We see both order and chaos in the first book of the Bible, Genesis. In the beginning, God started with a world that “was formless and empty”; that is, the earth was in a chaotic state. But then God brought order in a series of notable divisions: He divided the darkness from the light (Genesis 1:4), He divided the water under the firmament from the water over the firmament (Genesis 1:7), and He divided the sea from the dry land (Genesis 1:9). He made all plants and animals to multiply “according to their kinds” (Genesis 1:11–12, 20–25). He created mankind with an orderly distinction between male and female (Genesis 1:27). God placed the first man in a beautiful garden “to work it and take care of it” (Genesis 2:15); in other words, God wanted Adam to maintain order in the creation.
Since God is a God of order, apple seeds grow into apple trees, a male koala and a female koala will produce baby koalas, the moon goes through predictable phases, and planets don’t fly out of their orbits. Because God is a God of order, not chaos, we know that a2+ b2 will always equal c2 in a right triangle and that, no matter where we are in the universe, F = G × Mm/r2. Physical laws remain the same, day after day, year after year, century after century.
Unfortunately, Adam and Eve sinned in the Garden of Eden. As a result, the order inherent in God’s creation was damaged, and chaos was introduced: we had confusion instead of surety, deception instead of truth, hiding instead of openness, weeds instead of crops, and pain instead of ease. We lost the garden. Our relationship with God became chaotic, as did the very nature of who we are.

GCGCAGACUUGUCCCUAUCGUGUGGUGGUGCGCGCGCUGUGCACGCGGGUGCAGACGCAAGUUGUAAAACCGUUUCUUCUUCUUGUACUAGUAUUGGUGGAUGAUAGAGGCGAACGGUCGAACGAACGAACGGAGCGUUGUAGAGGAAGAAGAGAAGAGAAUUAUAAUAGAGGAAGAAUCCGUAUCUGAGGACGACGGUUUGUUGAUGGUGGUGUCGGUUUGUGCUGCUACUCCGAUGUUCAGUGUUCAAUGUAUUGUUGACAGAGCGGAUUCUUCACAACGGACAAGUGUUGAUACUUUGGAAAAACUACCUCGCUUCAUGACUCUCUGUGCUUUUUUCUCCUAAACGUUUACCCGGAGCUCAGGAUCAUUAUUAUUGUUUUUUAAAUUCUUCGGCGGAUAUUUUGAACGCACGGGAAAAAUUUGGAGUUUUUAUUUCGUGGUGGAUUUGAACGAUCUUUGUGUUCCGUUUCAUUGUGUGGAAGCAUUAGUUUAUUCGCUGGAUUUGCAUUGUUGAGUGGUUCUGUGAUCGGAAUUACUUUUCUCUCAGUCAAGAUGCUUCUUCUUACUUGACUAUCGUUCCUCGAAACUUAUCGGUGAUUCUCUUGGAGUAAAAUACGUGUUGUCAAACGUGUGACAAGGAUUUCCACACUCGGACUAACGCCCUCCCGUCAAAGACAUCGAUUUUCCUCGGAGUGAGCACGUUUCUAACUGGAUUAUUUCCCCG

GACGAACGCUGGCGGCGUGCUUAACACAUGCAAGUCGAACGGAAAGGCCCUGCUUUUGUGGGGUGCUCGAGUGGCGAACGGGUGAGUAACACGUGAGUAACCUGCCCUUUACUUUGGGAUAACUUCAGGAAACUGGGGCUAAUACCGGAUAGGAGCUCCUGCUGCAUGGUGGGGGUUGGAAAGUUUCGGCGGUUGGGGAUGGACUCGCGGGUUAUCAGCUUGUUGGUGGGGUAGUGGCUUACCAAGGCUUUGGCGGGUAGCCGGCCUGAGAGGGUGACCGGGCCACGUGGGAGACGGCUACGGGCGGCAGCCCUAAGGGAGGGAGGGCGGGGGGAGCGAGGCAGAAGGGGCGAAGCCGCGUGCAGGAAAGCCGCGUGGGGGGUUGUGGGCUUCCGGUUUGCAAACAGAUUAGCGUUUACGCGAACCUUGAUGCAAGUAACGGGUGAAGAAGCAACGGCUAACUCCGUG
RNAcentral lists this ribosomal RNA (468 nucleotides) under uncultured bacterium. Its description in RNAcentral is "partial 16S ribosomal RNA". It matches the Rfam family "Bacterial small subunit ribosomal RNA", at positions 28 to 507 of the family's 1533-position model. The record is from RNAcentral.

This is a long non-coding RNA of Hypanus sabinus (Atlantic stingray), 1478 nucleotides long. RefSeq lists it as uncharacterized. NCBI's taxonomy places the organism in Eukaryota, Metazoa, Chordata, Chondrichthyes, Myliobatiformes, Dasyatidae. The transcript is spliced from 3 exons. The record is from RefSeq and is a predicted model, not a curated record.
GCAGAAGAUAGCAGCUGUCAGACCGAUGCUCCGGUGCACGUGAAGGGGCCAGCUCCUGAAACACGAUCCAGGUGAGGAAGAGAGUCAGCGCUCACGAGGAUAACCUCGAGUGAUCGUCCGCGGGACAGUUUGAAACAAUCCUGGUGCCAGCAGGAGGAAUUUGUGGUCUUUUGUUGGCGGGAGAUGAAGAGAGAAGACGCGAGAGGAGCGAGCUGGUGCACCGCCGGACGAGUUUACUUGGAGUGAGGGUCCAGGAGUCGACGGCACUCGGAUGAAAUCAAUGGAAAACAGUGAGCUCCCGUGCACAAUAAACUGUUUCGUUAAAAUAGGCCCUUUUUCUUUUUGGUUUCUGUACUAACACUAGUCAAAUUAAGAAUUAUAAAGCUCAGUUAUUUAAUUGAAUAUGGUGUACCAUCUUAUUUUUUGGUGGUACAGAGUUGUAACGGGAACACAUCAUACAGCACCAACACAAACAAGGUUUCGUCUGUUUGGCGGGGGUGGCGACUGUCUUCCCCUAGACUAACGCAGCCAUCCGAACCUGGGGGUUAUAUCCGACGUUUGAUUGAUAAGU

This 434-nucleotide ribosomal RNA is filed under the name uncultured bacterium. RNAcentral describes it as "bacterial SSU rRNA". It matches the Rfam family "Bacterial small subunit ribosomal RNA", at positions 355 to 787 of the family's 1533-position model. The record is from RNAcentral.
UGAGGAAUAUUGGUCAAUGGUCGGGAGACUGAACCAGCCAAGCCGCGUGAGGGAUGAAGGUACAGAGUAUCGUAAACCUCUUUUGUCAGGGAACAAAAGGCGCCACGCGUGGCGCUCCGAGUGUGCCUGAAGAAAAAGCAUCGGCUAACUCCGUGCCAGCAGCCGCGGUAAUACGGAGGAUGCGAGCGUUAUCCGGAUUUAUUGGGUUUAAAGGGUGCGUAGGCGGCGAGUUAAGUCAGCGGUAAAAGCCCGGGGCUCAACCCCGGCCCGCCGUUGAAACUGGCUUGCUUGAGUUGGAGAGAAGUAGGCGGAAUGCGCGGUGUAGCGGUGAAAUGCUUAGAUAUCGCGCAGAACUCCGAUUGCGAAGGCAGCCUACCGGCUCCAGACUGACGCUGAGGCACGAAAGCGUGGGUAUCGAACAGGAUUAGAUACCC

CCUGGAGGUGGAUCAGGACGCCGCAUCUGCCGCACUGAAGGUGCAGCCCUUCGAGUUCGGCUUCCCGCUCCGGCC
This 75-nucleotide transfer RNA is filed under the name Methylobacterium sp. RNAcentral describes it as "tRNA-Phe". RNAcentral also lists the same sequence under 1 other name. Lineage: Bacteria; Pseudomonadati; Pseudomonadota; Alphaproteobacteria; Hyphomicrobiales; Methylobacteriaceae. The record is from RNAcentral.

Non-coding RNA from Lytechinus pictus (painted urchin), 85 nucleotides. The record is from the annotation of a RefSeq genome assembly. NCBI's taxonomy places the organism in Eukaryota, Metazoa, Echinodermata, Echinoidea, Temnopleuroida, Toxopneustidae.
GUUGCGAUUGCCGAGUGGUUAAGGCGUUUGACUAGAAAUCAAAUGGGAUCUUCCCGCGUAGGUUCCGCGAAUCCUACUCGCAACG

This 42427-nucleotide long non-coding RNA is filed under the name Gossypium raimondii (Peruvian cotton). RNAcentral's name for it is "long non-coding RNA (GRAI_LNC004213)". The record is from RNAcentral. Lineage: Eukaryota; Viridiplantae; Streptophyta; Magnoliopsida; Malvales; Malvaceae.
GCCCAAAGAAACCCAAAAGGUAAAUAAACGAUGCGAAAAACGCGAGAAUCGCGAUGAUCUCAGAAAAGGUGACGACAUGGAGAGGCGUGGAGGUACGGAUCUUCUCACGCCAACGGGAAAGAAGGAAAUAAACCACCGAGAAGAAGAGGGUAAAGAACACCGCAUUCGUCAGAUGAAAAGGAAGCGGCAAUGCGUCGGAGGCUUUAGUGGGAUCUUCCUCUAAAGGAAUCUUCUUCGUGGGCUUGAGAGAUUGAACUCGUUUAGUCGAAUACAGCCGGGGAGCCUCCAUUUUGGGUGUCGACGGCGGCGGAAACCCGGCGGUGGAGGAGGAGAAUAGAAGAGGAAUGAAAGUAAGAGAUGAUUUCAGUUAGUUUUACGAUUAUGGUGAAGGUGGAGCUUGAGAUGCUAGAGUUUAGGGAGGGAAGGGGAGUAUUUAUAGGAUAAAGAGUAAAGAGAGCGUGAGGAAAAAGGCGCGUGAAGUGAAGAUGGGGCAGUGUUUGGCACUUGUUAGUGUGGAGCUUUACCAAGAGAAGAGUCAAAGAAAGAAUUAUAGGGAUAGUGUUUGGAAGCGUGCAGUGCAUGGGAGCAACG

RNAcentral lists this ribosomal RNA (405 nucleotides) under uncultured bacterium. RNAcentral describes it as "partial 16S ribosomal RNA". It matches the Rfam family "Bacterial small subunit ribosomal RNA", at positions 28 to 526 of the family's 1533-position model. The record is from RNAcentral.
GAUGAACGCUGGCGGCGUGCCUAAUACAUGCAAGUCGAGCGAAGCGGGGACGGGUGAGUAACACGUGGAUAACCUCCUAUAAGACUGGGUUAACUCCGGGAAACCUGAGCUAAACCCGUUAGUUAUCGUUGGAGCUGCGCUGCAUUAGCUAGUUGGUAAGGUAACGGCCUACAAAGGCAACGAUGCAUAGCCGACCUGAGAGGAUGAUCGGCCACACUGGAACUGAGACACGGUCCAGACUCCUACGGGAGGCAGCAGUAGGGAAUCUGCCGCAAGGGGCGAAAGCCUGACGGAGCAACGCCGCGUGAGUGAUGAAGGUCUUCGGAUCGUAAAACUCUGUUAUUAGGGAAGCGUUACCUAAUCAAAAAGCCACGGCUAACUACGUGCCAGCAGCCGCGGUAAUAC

Jesus removes the chaos of sin and restores spiritual order to people who accept Him as Lord and Savior: “The thief comes only to steal and kill and destroy; I have come that they may have life, and have it to the full” (John 10:10). So the thief steals, kills, and destroys—he brings chaos—and Jesus gives life to the full—He brings order and peace and reconstruction.
Followers of Christ desire order, not chaos. Luke, who wrote more of the New Testament than any other writer, was careful to ensure he provided “an orderly account” of Christ’s life (Luke 1:3). In relating the conversion of Cornelius’s household, Peter “explained at length to them in an orderly sequence” (Acts 11:4, NASB). Believers are to “make every effort to do what leads to peace and to mutual edification” (Romans 14:19). Knowing that “God is not a God of disorder but of peace—as in all the congregations of the Lord’s people,” we make sure our worship services are not chaotic or disorderly (1 Corinthians 14:33).
Revelation 21 gives some detail regarding the end of the age and the restoration of order to God’s creation, after sin had brought disorder and chaos. This rehabilitation culminates with God creating a new heaven and a new earth. There is no longer any chaos. “He will wipe every tear from their eyes. There will be no more death or mourning or crying or pain, for the old order of things has passed away” (Revelation 21:4). Confusion will be gone: “Now we see only a reflection as in a mirror; then we shall see face to face. Now I know in part; then I shall know fully, even as I am fully known” (1 Corinthians 13:12).
Order wins over chaos, and those who pursued and promoted the chaos of sin will no longer be allowed to disseminate disarray: “But the cowardly, the unbelieving, the vile, the murderers, the sexually immoral, those who practice magic arts, the idolaters and all liars—they will be consigned to the fiery lake of burning sulfur. This is the second death” (Revelation 21:8).
We ought to model the order of God and deny chaos. “Turn from evil and do good; seek peace and pursue it” (Psalm 34:14). “Let the peace of Christ rule in your hearts, since as members of one body you were called to peace” (Colossians 3:15). We look to the Prince of Peace who gives us His otherworldly peace (John 14:27), and we guard our minds from being “corrupted from the simplicity that is in Christ” (2 Corinthians 11:3).